Company of former Vegreville mayor ordered to pay $56K in discrimination case

The former mayor of Vegreville's refusal to hire a gay, Indigenous man will cost his company more than $56,000 for lost wages and damages.

Tribunal chair finds Indigenous heritage and sexual orientation both factors in not being hired

Alberta's Human Rights Tribunal has ordered a company partly owned by the former Vegreville mayor to pay $56,000 after failing to hire an Indigenous, gay man. (Lydia Neufeld/CBC)

The former mayor of Vegreville's refusal to hire a gay, Indigenous man will cost his company more than $56,000 for lost wages and damages.

Vegreville Autobody — which is partly owned by former mayor Myron Hayduk — violated the Alberta Human Rights Act when it didn't hire Rambo Landry, the Human Rights Tribunal of Alberta found earlier this month.

Landry, who is of Dene First Nations heritage, is married to an RCMP staff sergeant.

"I find that Mr. Landry's race, sexual orientation and marital status were factors in the respondent's decision not to hire him," wrote tribunal chair Karen Scott.

The decision was released on October 17, one day after Hayduk lost his bid for re-election by just 41 votes.

Hayduk has declined comment at this time. Landry could not be reached. Vegreville's mayor and council did not respond to a request for comment.

'Straight people bullied to accept gay people'

On August 27, 2014, Landry, a business administration student and former employee of the Northwest Territories government, was interviewed for an office assistant job with Vegreville Autobody by then mayor Hayduk.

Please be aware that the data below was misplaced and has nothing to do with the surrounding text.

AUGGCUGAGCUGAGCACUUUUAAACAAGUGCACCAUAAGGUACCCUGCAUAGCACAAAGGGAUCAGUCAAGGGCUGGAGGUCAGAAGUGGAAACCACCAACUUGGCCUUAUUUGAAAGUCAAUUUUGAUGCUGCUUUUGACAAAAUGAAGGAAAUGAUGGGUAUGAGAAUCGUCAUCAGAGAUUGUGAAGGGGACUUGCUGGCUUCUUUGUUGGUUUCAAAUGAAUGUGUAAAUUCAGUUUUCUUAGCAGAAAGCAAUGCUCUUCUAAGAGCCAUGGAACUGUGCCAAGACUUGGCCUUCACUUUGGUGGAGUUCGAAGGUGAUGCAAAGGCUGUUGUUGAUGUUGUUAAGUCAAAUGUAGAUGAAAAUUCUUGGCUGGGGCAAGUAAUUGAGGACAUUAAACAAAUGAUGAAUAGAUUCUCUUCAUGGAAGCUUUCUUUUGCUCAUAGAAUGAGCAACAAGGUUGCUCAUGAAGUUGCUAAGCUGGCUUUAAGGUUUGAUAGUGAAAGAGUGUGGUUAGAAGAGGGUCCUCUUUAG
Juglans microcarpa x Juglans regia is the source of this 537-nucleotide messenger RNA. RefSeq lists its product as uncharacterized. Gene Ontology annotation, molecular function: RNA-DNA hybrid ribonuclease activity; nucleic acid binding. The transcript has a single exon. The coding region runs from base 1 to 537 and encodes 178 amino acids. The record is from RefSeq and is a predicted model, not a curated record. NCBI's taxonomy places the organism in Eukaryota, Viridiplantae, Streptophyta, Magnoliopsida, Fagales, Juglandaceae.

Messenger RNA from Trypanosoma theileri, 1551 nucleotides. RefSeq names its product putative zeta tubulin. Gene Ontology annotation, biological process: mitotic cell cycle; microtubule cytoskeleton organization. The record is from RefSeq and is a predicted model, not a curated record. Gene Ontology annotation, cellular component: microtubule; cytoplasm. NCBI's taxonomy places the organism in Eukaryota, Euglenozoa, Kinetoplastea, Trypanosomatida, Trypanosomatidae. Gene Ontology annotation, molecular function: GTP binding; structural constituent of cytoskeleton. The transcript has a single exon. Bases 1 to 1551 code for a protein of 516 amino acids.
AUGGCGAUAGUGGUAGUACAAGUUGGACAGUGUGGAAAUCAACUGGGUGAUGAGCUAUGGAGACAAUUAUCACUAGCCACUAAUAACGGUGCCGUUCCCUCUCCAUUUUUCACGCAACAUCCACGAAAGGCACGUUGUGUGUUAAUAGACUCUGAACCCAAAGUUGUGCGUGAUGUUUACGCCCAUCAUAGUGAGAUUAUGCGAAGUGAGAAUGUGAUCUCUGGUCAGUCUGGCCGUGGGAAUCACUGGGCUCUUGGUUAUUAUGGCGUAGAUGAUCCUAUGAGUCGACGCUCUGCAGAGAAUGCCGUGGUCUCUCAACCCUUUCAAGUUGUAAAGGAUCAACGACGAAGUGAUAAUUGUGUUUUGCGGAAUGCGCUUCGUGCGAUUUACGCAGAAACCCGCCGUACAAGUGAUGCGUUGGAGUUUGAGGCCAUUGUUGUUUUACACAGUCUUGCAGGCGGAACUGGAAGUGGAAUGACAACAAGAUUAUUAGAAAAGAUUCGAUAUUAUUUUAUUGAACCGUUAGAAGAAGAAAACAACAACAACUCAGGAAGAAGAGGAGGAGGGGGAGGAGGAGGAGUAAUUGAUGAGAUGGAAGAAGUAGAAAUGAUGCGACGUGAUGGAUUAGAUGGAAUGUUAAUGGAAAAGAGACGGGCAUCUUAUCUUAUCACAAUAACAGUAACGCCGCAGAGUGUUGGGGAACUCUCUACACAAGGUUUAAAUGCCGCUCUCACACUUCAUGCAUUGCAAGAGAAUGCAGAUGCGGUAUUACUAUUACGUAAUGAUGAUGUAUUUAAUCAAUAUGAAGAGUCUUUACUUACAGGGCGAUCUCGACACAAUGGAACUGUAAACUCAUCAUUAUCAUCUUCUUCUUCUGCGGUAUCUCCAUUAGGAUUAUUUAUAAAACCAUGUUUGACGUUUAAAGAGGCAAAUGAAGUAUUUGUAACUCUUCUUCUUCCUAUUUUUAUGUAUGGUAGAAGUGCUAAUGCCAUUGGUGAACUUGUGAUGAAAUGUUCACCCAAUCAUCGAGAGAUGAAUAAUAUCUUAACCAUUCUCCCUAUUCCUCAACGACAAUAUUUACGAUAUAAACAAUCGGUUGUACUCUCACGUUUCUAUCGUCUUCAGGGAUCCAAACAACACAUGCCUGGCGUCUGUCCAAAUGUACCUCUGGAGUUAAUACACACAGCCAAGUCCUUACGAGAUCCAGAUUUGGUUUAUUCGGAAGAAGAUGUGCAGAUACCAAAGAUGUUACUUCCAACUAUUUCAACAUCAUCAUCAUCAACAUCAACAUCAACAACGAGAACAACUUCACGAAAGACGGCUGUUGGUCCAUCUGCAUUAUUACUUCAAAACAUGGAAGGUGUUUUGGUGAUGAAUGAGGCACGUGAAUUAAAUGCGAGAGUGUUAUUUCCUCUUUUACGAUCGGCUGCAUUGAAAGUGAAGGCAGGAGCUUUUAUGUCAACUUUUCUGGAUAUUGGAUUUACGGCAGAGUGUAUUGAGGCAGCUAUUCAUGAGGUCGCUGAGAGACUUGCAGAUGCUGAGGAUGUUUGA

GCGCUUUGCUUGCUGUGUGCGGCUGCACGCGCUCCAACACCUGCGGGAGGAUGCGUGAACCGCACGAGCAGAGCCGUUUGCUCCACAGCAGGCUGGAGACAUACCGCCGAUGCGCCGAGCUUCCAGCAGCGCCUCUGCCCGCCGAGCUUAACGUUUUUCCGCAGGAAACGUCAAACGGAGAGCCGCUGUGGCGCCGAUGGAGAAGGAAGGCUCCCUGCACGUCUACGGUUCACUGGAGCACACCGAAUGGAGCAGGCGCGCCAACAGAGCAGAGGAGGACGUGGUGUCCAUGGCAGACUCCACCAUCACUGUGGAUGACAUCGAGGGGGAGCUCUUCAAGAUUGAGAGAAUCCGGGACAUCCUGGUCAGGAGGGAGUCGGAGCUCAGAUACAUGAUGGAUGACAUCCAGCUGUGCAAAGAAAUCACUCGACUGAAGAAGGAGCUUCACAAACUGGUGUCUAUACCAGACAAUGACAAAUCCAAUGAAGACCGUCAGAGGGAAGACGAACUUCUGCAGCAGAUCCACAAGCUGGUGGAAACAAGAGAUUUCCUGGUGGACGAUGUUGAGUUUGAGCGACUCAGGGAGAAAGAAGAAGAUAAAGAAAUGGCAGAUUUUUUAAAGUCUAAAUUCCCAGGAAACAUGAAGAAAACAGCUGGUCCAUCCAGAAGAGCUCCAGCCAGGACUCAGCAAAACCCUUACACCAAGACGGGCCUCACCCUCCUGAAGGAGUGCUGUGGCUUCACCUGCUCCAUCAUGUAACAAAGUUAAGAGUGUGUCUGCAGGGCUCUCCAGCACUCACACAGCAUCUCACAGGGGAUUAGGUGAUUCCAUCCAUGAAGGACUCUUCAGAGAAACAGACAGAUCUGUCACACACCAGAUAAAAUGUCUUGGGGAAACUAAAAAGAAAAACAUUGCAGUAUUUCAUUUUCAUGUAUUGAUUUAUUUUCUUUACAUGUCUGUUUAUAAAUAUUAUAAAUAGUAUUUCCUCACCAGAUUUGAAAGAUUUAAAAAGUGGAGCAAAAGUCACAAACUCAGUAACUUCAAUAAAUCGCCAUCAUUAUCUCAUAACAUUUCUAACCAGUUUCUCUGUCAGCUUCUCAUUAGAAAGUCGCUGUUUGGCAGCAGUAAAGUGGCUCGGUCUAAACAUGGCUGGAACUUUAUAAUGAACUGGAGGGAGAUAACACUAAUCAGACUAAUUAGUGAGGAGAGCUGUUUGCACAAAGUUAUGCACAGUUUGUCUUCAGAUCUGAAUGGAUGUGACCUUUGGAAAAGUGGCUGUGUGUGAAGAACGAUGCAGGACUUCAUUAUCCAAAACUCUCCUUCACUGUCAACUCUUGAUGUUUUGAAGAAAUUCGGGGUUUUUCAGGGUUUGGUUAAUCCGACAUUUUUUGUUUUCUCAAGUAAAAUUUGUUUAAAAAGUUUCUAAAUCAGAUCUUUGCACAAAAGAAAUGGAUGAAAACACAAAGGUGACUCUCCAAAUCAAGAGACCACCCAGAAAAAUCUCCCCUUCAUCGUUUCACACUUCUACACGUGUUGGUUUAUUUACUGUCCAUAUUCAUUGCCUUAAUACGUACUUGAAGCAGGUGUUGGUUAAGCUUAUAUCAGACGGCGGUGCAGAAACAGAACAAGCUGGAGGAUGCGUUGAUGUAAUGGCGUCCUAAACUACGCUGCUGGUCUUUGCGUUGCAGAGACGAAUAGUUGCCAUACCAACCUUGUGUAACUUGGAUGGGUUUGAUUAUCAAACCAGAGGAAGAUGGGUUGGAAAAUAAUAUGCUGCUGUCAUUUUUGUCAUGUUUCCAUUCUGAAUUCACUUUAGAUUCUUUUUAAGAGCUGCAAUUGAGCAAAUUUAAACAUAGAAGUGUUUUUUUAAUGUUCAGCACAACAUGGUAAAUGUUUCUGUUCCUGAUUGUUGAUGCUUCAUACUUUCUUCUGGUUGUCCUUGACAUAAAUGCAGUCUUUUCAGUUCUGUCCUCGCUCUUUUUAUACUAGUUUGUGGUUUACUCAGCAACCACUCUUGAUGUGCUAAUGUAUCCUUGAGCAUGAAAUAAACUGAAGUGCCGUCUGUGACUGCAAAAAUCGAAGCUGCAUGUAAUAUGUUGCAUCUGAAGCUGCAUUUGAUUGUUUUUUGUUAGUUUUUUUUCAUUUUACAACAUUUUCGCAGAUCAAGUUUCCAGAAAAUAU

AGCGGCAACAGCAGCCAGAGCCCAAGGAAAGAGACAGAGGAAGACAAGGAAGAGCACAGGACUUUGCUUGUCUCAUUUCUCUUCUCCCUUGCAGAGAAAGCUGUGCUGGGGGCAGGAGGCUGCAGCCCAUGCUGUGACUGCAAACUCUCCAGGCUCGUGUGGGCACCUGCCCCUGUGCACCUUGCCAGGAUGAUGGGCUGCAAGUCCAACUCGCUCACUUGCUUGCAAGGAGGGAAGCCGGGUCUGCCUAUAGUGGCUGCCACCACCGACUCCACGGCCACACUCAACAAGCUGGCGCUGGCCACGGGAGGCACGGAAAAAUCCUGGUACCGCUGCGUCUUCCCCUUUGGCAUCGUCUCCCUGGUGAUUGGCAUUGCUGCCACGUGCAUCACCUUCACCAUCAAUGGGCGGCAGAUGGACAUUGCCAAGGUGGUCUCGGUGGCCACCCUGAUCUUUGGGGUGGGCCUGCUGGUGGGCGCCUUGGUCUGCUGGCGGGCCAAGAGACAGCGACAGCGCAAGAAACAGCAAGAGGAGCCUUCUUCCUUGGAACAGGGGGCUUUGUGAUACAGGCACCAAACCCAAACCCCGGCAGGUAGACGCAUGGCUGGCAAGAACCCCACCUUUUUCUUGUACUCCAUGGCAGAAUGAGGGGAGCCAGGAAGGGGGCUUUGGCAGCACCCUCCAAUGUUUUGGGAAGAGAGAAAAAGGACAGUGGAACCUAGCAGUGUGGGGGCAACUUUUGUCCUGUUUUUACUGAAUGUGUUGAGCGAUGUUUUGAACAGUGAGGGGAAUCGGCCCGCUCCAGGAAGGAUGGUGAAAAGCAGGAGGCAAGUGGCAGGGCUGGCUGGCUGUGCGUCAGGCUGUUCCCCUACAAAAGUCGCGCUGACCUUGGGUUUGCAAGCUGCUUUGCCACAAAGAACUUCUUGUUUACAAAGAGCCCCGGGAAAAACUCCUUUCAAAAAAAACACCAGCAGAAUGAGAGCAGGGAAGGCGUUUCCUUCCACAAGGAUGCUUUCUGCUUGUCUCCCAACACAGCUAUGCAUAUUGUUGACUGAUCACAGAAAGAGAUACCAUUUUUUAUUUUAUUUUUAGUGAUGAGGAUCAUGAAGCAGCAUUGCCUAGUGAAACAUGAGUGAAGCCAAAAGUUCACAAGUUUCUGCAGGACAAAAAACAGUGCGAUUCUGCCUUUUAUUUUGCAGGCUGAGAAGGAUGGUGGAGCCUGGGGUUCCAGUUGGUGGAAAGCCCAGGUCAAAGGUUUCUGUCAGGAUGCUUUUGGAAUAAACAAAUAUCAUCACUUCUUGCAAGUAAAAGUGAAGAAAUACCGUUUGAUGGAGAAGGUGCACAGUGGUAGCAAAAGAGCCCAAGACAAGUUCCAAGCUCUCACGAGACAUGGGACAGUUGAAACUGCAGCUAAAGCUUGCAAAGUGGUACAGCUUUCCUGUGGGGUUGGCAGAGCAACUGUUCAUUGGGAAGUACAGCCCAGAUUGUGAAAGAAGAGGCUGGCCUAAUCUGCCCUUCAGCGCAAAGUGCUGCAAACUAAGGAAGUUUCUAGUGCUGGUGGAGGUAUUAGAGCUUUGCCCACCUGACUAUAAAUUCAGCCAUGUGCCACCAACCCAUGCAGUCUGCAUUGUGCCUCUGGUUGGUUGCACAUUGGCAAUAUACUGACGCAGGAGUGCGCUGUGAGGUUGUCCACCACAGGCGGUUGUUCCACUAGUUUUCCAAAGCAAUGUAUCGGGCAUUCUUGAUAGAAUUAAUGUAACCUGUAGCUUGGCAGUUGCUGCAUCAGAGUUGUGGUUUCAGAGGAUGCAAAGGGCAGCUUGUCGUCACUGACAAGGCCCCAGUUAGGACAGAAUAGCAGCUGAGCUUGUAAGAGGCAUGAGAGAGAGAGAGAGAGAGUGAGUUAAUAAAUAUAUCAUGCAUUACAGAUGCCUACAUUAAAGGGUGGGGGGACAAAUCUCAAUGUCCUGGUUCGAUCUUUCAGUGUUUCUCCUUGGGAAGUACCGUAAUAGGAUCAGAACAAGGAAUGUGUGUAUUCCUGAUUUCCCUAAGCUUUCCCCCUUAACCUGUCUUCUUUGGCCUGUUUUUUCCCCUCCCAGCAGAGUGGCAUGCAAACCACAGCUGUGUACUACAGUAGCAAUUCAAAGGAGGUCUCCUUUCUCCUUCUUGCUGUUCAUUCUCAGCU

After some initial discussion, Landry said he was "taken aback" when asked what he would do if a customer had an issue with his sexual orientation.

Landry recalled saying everyone is entitled to their opinion, but if physically threatened, he must defend himself.

He said he explained it was a lesson he learned as the target of bullies as a child.

In response, according to the decision, Landry said Hayduk told him he didn't believe in political correctness, and "that straight people are bullied to accept gay people and that, because straight people are the majority, the tide will eventually turn against gay people."

That's one of several such alleged discriminatory interactions during the 75-minute interview highlighted in the ruling.

According to Scott, Hayduk acknowledged his comment about political correctness. He denied making other inappropriate statements but later said he may have done so, the ruling added.

Scott found Landry's evidence consistent in contrast to Hayduk's testimony, which she said evolved and was at times evasive.  

Preference for employee who wasn't racial minority, gay

"Mr. Hayduk's comments to Mr. Landry in the interview indicated a preference for an employee who was not a racial minority, gay or married to an RCMP officer," wrote Scott.

"This supports a finding that Mr. Landry's race, sexual orientation and marital status were factors in the respondent's decision not to hire him."

Scott said the evidence did not support Hayduk's assertion that he considered the successful candidate to be more qualified.

Landry also accused Hayduk of stating during their interview that "Natives" are the minority in Vegreville and that Catholics believe marriage is between a man and a woman.

The decision said that Landry testified he became depressed and his grades slipped after the interview.

He and his husband began travelling an additional 45 minutes to do their shopping while Landry's husband looked for a promotion so they could relocate. The couple transferred to a nearby town in July 2015.

A registered psychologist who counselled the couple testified that the interview triggered symptoms of post-traumatic stress disorder, which Landry initially "after being severely bullied and assaulted" in his youth.

During his testimony, Hayduk was asked if he knew anything about the race, religion or sexual orientation of the successful candidate. According to the decision, he answered: "She looks whiter than me."

with files from Nola Keeler